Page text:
A study carried out by a university in the US state of Indiana claims to have a found a direct correlation between Twitter activity and the results of the country’s elections.
More specifically, the results showed a link between the number of mentions a political candidate receives on the network and their performance at the end of a campaign. In short, the more mentions received, the more likely they were to win.
Other previous studies have highlighted loose relationships between Twitter activity and performances at major events. Back in 2010, for instance, it was found that the best way to accurately predict the success of a film prior to its release was by analysing Twitter activity. Research elsewhere has highlighted a correlation between Twitter topics and the performance of the stock market.
Discussing the findings in The Atlantic, one writer pointed out that the study shows how, in the case of politics, all chatter on the site is good chatter.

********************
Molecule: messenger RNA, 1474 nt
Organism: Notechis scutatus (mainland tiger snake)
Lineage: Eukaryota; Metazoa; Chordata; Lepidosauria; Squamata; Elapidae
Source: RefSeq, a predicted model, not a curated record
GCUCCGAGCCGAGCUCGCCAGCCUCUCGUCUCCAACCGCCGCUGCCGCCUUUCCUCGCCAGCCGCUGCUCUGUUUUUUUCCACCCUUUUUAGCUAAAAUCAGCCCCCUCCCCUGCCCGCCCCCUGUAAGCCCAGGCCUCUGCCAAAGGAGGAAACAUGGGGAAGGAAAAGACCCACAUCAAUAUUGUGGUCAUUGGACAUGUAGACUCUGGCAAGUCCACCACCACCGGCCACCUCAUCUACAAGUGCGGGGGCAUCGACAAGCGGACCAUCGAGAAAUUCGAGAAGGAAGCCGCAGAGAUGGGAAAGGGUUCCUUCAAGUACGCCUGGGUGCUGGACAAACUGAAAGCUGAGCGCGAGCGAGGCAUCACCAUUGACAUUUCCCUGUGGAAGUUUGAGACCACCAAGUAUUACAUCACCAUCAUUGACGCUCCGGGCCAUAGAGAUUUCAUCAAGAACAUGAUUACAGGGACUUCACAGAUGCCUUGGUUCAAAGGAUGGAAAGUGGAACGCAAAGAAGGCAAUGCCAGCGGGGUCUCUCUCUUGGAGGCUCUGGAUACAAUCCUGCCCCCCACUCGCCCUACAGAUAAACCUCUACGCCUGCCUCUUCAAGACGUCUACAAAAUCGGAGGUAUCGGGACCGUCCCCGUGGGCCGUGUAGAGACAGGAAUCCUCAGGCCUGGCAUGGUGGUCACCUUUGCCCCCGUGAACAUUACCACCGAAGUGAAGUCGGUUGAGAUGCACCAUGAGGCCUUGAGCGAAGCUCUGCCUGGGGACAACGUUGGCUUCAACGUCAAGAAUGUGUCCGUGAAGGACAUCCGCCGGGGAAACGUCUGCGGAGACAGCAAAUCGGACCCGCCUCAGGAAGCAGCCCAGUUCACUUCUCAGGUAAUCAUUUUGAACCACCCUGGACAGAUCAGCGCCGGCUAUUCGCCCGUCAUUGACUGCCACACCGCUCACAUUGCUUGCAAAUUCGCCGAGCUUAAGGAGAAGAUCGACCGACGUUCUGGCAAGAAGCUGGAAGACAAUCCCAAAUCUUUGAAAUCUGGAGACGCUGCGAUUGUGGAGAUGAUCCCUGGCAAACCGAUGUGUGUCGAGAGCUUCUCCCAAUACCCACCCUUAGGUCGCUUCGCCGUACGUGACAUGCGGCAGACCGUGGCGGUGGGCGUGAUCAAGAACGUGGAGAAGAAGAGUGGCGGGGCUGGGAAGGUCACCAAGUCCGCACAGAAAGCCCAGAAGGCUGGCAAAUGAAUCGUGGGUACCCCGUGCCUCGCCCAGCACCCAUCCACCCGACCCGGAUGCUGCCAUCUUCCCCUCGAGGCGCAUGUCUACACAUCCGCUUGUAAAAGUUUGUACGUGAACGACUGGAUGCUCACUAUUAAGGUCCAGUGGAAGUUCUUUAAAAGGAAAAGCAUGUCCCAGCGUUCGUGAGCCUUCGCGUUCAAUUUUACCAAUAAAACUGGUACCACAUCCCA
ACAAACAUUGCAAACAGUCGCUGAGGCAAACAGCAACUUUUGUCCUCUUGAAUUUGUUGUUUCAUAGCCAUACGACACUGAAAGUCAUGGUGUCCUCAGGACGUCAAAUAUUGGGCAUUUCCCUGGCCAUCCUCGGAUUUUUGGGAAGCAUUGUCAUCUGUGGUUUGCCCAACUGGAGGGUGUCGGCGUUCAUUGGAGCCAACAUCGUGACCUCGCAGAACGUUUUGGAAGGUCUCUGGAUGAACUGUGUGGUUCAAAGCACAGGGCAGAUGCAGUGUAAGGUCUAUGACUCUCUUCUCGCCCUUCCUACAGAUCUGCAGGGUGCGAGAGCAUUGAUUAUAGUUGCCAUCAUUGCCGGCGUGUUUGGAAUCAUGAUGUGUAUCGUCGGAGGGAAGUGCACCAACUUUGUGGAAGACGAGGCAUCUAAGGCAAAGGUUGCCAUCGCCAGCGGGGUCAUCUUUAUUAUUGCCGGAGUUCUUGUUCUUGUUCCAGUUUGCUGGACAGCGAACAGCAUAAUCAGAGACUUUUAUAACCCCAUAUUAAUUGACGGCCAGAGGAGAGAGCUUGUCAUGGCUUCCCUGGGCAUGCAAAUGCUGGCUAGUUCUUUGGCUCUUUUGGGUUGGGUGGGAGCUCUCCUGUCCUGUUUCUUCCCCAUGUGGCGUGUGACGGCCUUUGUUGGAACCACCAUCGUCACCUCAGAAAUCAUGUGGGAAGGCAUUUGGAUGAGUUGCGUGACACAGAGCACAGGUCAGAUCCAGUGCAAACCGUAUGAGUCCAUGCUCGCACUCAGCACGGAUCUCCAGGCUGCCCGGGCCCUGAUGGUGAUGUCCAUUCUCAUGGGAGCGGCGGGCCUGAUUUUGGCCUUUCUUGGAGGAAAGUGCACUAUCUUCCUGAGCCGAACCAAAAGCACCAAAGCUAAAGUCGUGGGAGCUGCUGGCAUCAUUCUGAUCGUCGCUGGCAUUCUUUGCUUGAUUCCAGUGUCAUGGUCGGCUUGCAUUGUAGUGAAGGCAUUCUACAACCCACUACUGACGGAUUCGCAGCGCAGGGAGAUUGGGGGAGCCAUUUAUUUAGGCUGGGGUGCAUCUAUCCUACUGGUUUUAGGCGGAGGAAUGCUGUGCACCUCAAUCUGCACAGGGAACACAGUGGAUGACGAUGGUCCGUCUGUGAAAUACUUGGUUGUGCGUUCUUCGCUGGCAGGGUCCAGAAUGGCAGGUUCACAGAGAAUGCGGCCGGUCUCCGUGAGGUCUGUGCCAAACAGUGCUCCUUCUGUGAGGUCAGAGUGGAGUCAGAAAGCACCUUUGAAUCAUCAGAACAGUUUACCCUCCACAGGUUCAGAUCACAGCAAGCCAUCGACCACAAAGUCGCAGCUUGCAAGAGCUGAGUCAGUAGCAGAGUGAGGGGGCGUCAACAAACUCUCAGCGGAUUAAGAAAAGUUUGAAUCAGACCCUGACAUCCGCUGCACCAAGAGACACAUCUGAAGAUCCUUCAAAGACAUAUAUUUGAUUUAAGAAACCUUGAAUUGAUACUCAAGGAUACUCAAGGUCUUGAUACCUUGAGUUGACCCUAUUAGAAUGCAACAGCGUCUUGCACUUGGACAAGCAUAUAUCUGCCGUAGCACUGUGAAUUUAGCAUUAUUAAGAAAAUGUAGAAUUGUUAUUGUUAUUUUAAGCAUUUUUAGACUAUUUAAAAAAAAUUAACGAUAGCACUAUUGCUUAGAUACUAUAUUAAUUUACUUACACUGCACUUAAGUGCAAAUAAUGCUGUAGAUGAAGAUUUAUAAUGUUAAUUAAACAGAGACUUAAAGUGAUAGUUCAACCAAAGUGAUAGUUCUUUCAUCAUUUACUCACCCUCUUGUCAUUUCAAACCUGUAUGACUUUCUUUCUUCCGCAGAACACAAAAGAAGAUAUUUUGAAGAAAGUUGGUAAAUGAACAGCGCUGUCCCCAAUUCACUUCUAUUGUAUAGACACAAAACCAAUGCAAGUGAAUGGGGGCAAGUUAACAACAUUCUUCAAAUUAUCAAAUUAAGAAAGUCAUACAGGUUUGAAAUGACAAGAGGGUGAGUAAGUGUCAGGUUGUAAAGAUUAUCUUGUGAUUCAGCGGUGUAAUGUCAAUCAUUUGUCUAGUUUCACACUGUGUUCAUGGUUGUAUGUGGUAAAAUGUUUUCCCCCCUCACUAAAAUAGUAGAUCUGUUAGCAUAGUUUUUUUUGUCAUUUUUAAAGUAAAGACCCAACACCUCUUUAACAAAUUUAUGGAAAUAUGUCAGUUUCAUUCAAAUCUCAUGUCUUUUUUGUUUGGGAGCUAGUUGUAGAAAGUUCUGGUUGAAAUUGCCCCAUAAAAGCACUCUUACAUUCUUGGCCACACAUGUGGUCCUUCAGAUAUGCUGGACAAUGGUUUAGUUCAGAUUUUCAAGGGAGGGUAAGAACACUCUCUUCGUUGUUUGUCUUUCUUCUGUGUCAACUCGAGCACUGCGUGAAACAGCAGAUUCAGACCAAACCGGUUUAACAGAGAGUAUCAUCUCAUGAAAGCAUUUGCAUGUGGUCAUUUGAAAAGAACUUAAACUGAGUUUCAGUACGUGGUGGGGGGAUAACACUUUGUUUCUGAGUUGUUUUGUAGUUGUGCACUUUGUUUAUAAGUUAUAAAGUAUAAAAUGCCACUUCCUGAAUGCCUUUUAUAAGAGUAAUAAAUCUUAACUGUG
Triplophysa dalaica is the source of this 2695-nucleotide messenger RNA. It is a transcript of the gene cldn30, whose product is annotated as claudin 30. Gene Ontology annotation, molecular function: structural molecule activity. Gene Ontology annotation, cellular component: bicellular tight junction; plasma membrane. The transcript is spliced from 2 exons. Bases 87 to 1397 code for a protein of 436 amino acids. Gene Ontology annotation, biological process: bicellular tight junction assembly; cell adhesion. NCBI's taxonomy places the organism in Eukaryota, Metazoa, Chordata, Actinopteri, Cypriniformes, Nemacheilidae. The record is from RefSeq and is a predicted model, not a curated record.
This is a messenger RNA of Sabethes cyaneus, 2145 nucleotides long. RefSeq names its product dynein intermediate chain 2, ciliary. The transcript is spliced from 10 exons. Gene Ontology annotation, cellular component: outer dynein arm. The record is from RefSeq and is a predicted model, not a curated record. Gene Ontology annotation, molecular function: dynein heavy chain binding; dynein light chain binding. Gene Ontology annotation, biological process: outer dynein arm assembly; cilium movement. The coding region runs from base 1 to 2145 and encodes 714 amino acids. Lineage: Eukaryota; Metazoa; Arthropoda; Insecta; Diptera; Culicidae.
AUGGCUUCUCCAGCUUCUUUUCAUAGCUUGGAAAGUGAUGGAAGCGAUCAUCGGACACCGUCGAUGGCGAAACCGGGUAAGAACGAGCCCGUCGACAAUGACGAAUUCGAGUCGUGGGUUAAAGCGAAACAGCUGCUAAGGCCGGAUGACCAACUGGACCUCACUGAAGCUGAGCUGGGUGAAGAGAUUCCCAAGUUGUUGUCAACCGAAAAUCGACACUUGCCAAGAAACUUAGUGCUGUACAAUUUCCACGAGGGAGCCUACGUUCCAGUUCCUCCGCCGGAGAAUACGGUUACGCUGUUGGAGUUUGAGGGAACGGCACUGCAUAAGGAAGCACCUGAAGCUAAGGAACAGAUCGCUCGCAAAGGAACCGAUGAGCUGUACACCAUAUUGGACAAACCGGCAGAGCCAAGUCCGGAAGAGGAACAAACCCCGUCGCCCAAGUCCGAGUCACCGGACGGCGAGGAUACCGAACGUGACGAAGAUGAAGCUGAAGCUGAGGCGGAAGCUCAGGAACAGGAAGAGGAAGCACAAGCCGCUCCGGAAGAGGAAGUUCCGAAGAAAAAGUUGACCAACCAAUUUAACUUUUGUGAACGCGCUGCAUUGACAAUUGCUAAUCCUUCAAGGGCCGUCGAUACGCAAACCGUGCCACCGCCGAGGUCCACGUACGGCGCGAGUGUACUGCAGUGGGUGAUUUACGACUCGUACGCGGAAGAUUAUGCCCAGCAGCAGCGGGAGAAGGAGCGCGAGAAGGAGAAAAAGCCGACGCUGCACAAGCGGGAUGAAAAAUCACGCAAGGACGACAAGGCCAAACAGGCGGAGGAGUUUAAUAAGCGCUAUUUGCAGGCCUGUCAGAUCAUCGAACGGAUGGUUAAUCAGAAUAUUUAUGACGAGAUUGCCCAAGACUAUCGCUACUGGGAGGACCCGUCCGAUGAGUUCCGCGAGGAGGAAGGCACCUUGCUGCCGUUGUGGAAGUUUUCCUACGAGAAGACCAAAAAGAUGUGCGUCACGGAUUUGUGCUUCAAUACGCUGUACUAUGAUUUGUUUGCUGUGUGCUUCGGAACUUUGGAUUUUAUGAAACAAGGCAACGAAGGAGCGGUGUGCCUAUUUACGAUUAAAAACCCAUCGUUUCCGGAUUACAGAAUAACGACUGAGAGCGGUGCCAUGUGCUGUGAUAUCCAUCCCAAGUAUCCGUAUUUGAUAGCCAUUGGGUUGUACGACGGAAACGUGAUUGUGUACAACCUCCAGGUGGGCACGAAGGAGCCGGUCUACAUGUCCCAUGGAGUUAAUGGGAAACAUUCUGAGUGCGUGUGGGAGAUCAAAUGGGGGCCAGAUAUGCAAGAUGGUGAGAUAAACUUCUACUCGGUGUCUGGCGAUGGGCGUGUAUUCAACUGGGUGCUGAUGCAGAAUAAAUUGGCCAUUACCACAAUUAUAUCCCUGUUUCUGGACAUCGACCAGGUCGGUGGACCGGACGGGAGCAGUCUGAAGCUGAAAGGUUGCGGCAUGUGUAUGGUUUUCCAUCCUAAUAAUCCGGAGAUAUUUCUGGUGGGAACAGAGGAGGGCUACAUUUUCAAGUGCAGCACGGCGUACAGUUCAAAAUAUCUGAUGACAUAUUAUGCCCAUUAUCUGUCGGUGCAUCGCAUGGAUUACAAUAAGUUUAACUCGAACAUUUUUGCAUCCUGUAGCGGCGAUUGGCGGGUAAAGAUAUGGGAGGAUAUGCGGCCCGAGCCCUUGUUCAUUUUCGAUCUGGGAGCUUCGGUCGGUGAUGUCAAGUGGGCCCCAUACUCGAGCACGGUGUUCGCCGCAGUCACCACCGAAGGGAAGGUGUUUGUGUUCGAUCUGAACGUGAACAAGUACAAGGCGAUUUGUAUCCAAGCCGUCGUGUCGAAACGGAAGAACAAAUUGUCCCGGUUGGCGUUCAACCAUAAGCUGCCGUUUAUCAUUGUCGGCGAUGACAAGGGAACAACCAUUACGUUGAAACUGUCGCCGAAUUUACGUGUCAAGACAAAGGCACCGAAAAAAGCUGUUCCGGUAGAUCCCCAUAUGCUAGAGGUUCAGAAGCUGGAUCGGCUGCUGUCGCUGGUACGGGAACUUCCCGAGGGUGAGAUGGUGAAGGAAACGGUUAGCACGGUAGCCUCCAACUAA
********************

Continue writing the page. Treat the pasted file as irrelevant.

However, whether or not the same could be said for brand success is yet to be seen. Many companies now use the social network to encourage positive discussion and provide followers with industry news, commentaries and information on new products and services.
According to The Atlantic, while almost one in 10 (eight per cent) adults in the US check their Twitter news feeds every day, just 15 per cent of American adults have an account on the network.
In a similar vein to the Indiana university study, an online political tool in the UK, Tweetminster, used Twitter data to accurately predict the results of the 2010 general election.